The Main Plant entry for Potatoes (Solanum tuberosum)

This database entry exists to show plant data and photos that apply generically to all Potatoes.

General Plant Information (Edit)
Plant Habit: Herb/Forb
Life cycle: Perennial
Sun Requirements: Full Sun
Water Preferences: Mesic
Underground structures: Tuber
Uses: Vegetable
Toxicity: Leaves are poisonous
Fruit is poisonous
Propagation: Other methods: Stolons and runners
Pollinators: Various insects

photo credit: flickr4jazz

Photo gallery:

Comments:
Posted by jmorth (central Illinois) on Jan 13, 2013 4:51 PM

It's estimated there's 5000 varieties worldwide, of which 3000 are found in the So. Am. Andes Genetic testing indicates original traced to southern Peru and extreme northwest Bolivia.
4000 different varieties are generally divided into the following groups: russets, reds, whites, yellows (Yukons), and purples. There are also wild species throughout the Americas. In the last 20 years genetically modified varieties have appeared.
Potatoes were domesticated 7000 to 10000 years ago
China and India account for nearly a third of the world harvest.
Potatoes are the world's 4th largest food crop (behind rice, wheat, and maize).
Propagation can be achieved by dividing tubers into pieces with an eye, seed, or cuttings.
Some interesting facts: a) if stored w/ pears near, potatoes absorb odors of pears.
b) it's possible to graft a tomato onto a potato plant that will produce edible tomatoes and potatoes. These creations are referred to as Chimeras.
c) Mr. Potato Head was invented in America in 1949.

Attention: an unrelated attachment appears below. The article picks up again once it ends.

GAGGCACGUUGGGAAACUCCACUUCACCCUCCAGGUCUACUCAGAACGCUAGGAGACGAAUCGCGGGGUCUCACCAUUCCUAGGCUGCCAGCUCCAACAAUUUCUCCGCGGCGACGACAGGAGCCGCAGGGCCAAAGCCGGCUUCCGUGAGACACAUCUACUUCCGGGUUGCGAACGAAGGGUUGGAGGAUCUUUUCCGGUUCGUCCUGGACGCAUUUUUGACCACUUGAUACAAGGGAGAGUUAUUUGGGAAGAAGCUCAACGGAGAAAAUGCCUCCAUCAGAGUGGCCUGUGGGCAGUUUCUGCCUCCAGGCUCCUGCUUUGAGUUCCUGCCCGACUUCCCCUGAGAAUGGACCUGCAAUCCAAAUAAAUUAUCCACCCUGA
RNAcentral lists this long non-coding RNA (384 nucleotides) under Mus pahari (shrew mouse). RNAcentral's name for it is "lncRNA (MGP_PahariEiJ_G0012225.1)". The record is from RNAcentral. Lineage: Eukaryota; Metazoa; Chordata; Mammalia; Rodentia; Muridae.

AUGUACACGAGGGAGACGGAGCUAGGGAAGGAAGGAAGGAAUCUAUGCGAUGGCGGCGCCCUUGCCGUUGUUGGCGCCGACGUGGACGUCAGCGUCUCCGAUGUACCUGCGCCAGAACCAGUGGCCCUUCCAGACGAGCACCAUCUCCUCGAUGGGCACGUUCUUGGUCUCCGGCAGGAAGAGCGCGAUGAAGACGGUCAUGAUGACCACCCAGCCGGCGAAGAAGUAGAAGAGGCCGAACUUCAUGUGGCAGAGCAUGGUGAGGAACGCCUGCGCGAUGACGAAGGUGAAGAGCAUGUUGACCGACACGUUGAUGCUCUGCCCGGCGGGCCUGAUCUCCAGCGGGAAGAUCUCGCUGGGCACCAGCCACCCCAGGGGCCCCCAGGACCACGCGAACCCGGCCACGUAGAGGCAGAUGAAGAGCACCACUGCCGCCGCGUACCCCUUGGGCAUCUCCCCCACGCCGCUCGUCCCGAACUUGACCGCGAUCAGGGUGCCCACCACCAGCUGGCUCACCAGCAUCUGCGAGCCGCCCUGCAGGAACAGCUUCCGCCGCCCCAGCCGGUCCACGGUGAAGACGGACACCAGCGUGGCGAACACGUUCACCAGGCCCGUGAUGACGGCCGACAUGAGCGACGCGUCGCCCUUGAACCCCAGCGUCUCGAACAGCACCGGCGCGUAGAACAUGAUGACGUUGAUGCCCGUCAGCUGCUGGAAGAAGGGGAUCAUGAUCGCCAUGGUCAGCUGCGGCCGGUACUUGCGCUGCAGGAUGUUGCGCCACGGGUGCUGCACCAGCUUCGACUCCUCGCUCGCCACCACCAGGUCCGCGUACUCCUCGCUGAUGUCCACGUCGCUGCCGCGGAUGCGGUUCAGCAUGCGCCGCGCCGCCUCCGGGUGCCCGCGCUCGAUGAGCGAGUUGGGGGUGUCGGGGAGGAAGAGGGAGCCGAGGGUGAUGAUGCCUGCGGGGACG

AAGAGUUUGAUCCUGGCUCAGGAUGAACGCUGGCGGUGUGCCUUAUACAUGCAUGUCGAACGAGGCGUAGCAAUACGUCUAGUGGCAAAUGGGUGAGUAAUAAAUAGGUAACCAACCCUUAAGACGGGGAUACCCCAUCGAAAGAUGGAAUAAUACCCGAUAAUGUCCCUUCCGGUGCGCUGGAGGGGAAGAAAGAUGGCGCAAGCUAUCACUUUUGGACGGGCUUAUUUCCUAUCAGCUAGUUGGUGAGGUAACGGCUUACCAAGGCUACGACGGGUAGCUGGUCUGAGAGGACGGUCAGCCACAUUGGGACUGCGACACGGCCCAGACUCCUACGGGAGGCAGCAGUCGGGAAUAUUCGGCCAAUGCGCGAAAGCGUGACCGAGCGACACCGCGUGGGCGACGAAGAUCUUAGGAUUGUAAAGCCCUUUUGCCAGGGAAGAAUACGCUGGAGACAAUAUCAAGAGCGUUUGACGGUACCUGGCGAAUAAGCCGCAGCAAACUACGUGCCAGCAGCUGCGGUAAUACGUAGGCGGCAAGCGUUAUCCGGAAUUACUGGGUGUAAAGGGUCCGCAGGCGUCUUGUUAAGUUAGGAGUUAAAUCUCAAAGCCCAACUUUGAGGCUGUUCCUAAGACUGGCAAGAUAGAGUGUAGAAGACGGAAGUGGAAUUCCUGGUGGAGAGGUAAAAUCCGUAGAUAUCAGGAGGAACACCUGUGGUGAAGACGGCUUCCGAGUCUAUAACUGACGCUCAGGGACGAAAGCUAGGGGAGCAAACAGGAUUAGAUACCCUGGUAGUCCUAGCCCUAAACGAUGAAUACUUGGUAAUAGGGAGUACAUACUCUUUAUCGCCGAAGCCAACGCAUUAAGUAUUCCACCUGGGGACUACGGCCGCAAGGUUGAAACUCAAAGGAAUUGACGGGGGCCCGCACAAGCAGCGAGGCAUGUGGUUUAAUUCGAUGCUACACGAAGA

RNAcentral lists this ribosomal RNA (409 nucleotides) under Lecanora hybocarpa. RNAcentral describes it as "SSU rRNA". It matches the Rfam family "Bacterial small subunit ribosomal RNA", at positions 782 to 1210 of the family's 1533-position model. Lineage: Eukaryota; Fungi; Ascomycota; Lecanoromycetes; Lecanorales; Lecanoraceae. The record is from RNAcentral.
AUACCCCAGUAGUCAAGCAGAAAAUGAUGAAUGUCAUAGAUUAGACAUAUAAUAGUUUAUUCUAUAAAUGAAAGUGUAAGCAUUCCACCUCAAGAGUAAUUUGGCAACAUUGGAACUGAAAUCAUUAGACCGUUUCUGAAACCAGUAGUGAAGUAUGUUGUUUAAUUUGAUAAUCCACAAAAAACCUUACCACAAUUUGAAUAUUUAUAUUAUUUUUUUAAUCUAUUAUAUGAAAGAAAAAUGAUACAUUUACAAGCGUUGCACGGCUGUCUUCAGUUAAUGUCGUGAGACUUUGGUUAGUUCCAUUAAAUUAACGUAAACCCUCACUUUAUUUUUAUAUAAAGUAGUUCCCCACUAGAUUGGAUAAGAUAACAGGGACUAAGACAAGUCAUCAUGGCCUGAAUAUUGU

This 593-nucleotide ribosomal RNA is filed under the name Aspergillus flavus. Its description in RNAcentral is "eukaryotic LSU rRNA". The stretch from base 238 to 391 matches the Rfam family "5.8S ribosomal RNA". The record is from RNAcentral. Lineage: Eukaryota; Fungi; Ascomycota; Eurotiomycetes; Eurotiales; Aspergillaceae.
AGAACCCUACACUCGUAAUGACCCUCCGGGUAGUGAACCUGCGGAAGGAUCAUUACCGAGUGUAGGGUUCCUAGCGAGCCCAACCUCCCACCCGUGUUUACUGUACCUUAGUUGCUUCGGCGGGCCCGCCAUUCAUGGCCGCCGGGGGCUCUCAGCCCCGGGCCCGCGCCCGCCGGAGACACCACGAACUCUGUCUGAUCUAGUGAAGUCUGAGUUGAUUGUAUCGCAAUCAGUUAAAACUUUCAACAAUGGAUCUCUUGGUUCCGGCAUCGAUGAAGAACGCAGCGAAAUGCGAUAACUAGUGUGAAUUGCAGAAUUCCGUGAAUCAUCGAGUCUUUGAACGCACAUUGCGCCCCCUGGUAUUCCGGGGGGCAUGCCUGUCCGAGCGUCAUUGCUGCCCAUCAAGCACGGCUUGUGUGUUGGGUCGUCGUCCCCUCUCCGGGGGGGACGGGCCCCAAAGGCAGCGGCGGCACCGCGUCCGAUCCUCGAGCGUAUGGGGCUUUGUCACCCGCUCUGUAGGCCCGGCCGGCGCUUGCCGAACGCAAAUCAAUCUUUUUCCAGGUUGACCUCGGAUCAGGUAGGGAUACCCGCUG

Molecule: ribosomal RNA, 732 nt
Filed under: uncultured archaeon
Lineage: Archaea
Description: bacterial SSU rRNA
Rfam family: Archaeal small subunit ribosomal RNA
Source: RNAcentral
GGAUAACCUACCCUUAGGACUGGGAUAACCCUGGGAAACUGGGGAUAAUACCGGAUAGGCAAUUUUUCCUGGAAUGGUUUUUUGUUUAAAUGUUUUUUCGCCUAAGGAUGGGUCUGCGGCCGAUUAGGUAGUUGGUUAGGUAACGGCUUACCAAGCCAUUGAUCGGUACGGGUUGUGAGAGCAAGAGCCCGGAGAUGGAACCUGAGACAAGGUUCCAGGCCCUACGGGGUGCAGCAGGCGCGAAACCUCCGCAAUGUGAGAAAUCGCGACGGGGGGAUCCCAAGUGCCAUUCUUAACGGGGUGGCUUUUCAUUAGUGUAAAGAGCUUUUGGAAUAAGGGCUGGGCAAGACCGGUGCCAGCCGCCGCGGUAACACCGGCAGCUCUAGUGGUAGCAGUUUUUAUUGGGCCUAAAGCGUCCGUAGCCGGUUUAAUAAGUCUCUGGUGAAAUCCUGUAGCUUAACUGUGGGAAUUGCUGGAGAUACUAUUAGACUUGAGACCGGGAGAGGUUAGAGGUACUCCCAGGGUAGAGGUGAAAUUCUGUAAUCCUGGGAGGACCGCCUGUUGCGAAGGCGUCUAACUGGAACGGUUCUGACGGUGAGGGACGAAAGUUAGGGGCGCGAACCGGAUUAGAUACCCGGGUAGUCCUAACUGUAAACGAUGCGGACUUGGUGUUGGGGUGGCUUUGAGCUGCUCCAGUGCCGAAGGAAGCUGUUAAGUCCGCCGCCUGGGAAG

d) Humans can survive and be healthy on a diet of potatoes supplemented only with milk or butter (which have the 2 vitamins not provided by potatoes.

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Posted by Marilyn (Kentucky - Zone 6a) on May 20, 2013 11:48 PM

"Potatoes contain toxic compounds known as glycoalkaloids, of which the most prevalent are solanine and chaconine. Solanine is also found in other plants in the family Solanaceae, which includes such plants as the deadly nightshade (Atropa belladonna), henbane (Hyoscyamus niger) and tobacco (Nicotiana) as well as the potato, eggplant, and tomato. This toxin affects the nervous system, causing weakness and confusion.

These compounds, which protect the plant from its predators, are, in general, concentrated in its leaves, stems, sprouts, and fruits. Exposure to light, physical damage, and age increase glycoalkaloid content within the tuber; the highest concentrations occur just underneath the skin. Cooking at high temperatures —over 340 °F— partly destroys these. The concentration of glycoalkaloid in wild potatoes suffices to produce toxic effects in humans. Glycoalkaloids may cause headaches, diarrhea, cramps, and in severe cases coma and death; however, poisoning from potatoes occurs very rarely. Light exposure causes greening from chlorophyll synthesis, thus giving a visual clue as to areas of the tuber that may have become more toxic; however, this does not provide a definitive guide, as greening and glycoalkaloid accumulation can occur independently of each other. Some varieties of potato contain greater glycoalkaloid concentrations than others; breeders developing new varieties test for this, and sometimes have to discard an otherwise promising cultivar.

Potatoes are generally grown from seed potatoes – these are tubers specifically grown to be disease free and provide consistent and healthy plants. To be disease free, the areas where seed potatoes are grown are selected with care. In the USA this restricts production of seed potatoes to only 15 states out of the 50 states that grow potatoes. These locations are selected for their cold hard winters that kill pests and long sunshine hours in the summer for optimum growth."

Taken from wikipedia's page at: http://en.wikipedia.org/wiki/P...

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Plant Events from our members
vanillabright On March 11, 2016 Transplanted
Red potatoes in Front Yard Tire (12) Earth (4) Small plant had two large worms. I think they were feeding on seedling roots.
lovesblooms On March 26, 2020 Plant emerged
from late february planted store-bought sprouted potatoes
» Post your own event for this plant

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